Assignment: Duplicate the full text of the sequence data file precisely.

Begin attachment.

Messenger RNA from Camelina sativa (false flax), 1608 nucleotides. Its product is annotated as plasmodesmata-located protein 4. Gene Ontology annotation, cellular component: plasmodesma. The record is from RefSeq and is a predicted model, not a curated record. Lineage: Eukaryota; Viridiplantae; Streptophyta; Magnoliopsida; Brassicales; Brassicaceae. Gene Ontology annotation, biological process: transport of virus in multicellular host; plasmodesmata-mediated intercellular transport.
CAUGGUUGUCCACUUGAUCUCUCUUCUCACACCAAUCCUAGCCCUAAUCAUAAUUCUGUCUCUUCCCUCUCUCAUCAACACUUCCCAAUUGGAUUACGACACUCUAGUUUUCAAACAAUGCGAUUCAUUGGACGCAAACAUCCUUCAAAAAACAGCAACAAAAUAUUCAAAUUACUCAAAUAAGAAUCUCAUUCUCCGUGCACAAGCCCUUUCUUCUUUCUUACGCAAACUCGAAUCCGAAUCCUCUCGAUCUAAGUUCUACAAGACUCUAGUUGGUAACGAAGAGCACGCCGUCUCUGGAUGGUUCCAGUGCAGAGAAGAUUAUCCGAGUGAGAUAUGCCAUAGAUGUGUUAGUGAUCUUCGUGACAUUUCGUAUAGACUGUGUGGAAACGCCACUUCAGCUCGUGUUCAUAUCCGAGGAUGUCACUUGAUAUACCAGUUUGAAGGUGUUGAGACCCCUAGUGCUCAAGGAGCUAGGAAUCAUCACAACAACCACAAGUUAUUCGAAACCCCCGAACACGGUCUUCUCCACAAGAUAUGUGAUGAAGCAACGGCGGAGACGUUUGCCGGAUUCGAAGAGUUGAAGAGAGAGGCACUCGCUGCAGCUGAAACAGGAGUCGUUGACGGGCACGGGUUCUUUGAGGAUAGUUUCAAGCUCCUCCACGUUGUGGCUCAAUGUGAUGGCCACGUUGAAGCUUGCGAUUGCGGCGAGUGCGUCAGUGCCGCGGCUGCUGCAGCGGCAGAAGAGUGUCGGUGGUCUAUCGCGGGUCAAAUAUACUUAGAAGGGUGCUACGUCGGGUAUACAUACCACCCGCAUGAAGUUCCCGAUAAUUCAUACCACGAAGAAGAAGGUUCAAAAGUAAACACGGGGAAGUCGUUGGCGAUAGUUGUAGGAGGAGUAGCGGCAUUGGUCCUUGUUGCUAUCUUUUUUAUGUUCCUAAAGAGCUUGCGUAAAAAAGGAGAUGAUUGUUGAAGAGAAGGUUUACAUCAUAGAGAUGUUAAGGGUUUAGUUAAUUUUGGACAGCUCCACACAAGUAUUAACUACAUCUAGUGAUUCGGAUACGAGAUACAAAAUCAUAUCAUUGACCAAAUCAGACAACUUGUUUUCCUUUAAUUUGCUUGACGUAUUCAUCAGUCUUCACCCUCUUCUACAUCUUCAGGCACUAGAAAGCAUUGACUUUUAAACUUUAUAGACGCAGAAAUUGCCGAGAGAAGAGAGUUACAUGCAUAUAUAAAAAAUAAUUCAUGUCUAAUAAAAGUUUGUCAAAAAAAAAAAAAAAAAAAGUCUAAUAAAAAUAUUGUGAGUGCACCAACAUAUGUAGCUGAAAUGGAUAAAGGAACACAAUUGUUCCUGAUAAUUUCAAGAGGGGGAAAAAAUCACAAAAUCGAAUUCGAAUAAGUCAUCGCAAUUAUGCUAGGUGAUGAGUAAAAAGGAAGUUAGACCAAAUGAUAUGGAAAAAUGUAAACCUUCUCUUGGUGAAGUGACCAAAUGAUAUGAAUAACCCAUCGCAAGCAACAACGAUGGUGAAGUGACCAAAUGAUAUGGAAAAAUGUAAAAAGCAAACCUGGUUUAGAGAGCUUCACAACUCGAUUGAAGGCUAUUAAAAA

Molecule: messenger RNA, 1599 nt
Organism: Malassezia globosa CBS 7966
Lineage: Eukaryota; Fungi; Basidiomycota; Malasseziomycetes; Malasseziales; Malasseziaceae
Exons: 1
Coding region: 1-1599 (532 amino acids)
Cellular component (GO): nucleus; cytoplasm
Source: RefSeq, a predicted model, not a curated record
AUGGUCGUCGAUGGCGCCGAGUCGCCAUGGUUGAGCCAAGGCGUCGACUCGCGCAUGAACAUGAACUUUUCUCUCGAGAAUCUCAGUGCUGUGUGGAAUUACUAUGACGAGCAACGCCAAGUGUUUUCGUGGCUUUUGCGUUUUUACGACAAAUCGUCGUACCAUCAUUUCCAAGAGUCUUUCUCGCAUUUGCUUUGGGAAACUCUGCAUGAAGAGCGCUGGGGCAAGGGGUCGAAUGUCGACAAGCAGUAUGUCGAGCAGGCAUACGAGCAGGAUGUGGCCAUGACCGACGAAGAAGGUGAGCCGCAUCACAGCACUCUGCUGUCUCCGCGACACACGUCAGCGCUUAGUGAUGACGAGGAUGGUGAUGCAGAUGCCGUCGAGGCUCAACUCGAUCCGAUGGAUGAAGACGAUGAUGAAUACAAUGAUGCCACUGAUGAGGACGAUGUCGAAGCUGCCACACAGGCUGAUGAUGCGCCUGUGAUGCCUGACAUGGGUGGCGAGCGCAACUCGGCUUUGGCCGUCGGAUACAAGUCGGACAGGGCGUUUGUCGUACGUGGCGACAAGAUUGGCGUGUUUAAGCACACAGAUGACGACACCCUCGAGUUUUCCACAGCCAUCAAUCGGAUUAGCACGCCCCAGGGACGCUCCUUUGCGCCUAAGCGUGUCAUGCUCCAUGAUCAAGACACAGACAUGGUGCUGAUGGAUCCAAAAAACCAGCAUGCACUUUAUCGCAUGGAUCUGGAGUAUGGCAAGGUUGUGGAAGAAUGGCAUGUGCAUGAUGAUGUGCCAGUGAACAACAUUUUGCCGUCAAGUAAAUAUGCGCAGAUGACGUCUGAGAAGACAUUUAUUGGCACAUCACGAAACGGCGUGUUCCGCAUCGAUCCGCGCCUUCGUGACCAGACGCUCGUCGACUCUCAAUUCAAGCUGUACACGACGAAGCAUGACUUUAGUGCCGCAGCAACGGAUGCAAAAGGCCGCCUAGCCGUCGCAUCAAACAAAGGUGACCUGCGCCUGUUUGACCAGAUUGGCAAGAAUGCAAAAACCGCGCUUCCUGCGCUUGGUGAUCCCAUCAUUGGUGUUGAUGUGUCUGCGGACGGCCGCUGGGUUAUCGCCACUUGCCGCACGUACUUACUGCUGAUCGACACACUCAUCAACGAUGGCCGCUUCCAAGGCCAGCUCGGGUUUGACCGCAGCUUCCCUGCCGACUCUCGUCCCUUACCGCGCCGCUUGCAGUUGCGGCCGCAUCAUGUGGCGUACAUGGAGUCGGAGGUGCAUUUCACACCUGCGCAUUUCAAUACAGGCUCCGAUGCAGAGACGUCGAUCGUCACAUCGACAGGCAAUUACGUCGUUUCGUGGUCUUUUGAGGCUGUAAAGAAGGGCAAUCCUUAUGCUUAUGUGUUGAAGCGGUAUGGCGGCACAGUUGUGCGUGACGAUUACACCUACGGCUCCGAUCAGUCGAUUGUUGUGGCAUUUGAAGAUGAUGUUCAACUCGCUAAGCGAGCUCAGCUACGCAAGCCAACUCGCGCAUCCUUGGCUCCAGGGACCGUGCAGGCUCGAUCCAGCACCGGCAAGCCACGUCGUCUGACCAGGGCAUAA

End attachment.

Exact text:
Messenger RNA from Camelina sativa (false flax), 1608 nucleotides. Its product is annotated as plasmodesmata-located protein 4. Gene Ontology annotation, cellular component: plasmodesma. The record is from RefSeq and is a predicted model, not a curated record. Lineage: Eukaryota; Viridiplantae; Streptophyta; Magnoliopsida; Brassicales; Brassicaceae. Gene Ontology annotation, biological process: transport of virus in multicellular host; plasmodesmata-mediated intercellular transport.
CAUGGUUGUCCACUUGAUCUCUCUUCUCACACCAAUCCUAGCCCUAAUCAUAAUUCUGUCUCUUCCCUCUCUCAUCAACACUUCCCAAUUGGAUUACGACACUCUAGUUUUCAAACAAUGCGAUUCAUUGGACGCAAACAUCCUUCAAAAAACAGCAACAAAAUAUUCAAAUUACUCAAAUAAGAAUCUCAUUCUCCGUGCACAAGCCCUUUCUUCUUUCUUACGCAAACUCGAAUCCGAAUCCUCUCGAUCUAAGUUCUACAAGACUCUAGUUGGUAACGAAGAGCACGCCGUCUCUGGAUGGUUCCAGUGCAGAGAAGAUUAUCCGAGUGAGAUAUGCCAUAGAUGUGUUAGUGAUCUUCGUGACAUUUCGUAUAGACUGUGUGGAAACGCCACUUCAGCUCGUGUUCAUAUCCGAGGAUGUCACUUGAUAUACCAGUUUGAAGGUGUUGAGACCCCUAGUGCUCAAGGAGCUAGGAAUCAUCACAACAACCACAAGUUAUUCGAAACCCCCGAACACGGUCUUCUCCACAAGAUAUGUGAUGAAGCAACGGCGGAGACGUUUGCCGGAUUCGAAGAGUUGAAGAGAGAGGCACUCGCUGCAGCUGAAACAGGAGUCGUUGACGGGCACGGGUUCUUUGAGGAUAGUUUCAAGCUCCUCCACGUUGUGGCUCAAUGUGAUGGCCACGUUGAAGCUUGCGAUUGCGGCGAGUGCGUCAGUGCCGCGGCUGCUGCAGCGGCAGAAGAGUGUCGGUGGUCUAUCGCGGGUCAAAUAUACUUAGAAGGGUGCUACGUCGGGUAUACAUACCACCCGCAUGAAGUUCCCGAUAAUUCAUACCACGAAGAAGAAGGUUCAAAAGUAAACACGGGGAAGUCGUUGGCGAUAGUUGUAGGAGGAGUAGCGGCAUUGGUCCUUGUUGCUAUCUUUUUUAUGUUCCUAAAGAGCUUGCGUAAAAAAGGAGAUGAUUGUUGAAGAGAAGGUUUACAUCAUAGAGAUGUUAAGGGUUUAGUUAAUUUUGGACAGCUCCACACAAGUAUUAACUACAUCUAGUGAUUCGGAUACGAGAUACAAAAUCAUAUCAUUGACCAAAUCAGACAACUUGUUUUCCUUUAAUUUGCUUGACGUAUUCAUCAGUCUUCACCCUCUUCUACAUCUUCAGGCACUAGAAAGCAUUGACUUUUAAACUUUAUAGACGCAGAAAUUGCCGAGAGAAGAGAGUUACAUGCAUAUAUAAAAAAUAAUUCAUGUCUAAUAAAAGUUUGUCAAAAAAAAAAAAAAAAAAAGUCUAAUAAAAAUAUUGUGAGUGCACCAACAUAUGUAGCUGAAAUGGAUAAAGGAACACAAUUGUUCCUGAUAAUUUCAAGAGGGGGAAAAAAUCACAAAAUCGAAUUCGAAUAAGUCAUCGCAAUUAUGCUAGGUGAUGAGUAAAAAGGAAGUUAGACCAAAUGAUAUGGAAAAAUGUAAACCUUCUCUUGGUGAAGUGACCAAAUGAUAUGAAUAACCCAUCGCAAGCAACAACGAUGGUGAAGUGACCAAAUGAUAUGGAAAAAUGUAAAAAGCAAACCUGGUUUAGAGAGCUUCACAACUCGAUUGAAGGCUAUUAAAAA

Molecule: messenger RNA, 1599 nt
Organism: Malassezia globosa CBS 7966
Lineage: Eukaryota; Fungi; Basidiomycota; Malasseziomycetes; Malasseziales; Malasseziaceae
Exons: 1
Coding region: 1-1599 (532 amino acids)
Cellular component (GO): nucleus; cytoplasm
Source: RefSeq, a predicted model, not a curated record
AUGGUCGUCGAUGGCGCCGAGUCGCCAUGGUUGAGCCAAGGCGUCGACUCGCGCAUGAACAUGAACUUUUCUCUCGAGAAUCUCAGUGCUGUGUGGAAUUACUAUGACGAGCAACGCCAAGUGUUUUCGUGGCUUUUGCGUUUUUACGACAAAUCGUCGUACCAUCAUUUCCAAGAGUCUUUCUCGCAUUUGCUUUGGGAAACUCUGCAUGAAGAGCGCUGGGGCAAGGGGUCGAAUGUCGACAAGCAGUAUGUCGAGCAGGCAUACGAGCAGGAUGUGGCCAUGACCGACGAAGAAGGUGAGCCGCAUCACAGCACUCUGCUGUCUCCGCGACACACGUCAGCGCUUAGUGAUGACGAGGAUGGUGAUGCAGAUGCCGUCGAGGCUCAACUCGAUCCGAUGGAUGAAGACGAUGAUGAAUACAAUGAUGCCACUGAUGAGGACGAUGUCGAAGCUGCCACACAGGCUGAUGAUGCGCCUGUGAUGCCUGACAUGGGUGGCGAGCGCAACUCGGCUUUGGCCGUCGGAUACAAGUCGGACAGGGCGUUUGUCGUACGUGGCGACAAGAUUGGCGUGUUUAAGCACACAGAUGACGACACCCUCGAGUUUUCCACAGCCAUCAAUCGGAUUAGCACGCCCCAGGGACGCUCCUUUGCGCCUAAGCGUGUCAUGCUCCAUGAUCAAGACACAGACAUGGUGCUGAUGGAUCCAAAAAACCAGCAUGCACUUUAUCGCAUGGAUCUGGAGUAUGGCAAGGUUGUGGAAGAAUGGCAUGUGCAUGAUGAUGUGCCAGUGAACAACAUUUUGCCGUCAAGUAAAUAUGCGCAGAUGACGUCUGAGAAGACAUUUAUUGGCACAUCACGAAACGGCGUGUUCCGCAUCGAUCCGCGCCUUCGUGACCAGACGCUCGUCGACUCUCAAUUCAAGCUGUACACGACGAAGCAUGACUUUAGUGCCGCAGCAACGGAUGCAAAAGGCCGCCUAGCCGUCGCAUCAAACAAAGGUGACCUGCGCCUGUUUGACCAGAUUGGCAAGAAUGCAAAAACCGCGCUUCCUGCGCUUGGUGAUCCCAUCAUUGGUGUUGAUGUGUCUGCGGACGGCCGCUGGGUUAUCGCCACUUGCCGCACGUACUUACUGCUGAUCGACACACUCAUCAACGAUGGCCGCUUCCAAGGCCAGCUCGGGUUUGACCGCAGCUUCCCUGCCGACUCUCGUCCCUUACCGCGCCGCUUGCAGUUGCGGCCGCAUCAUGUGGCGUACAUGGAGUCGGAGGUGCAUUUCACACCUGCGCAUUUCAAUACAGGCUCCGAUGCAGAGACGUCGAUCGUCACAUCGACAGGCAAUUACGUCGUUUCGUGGUCUUUUGAGGCUGUAAAGAAGGGCAAUCCUUAUGCUUAUGUGUUGAAGCGGUAUGGCGGCACAGUUGUGCGUGACGAUUACACCUACGGCUCCGAUCAGUCGAUUGUUGUGGCAUUUGAAGAUGAUGUUCAACUCGCUAAGCGAGCUCAGCUACGCAAGCCAACUCGCGCAUCCUUGGCUCCAGGGACCGUGCAGGCUCGAUCCAGCACCGGCAAGCCACGUCGUCUGACCAGGGCAUAA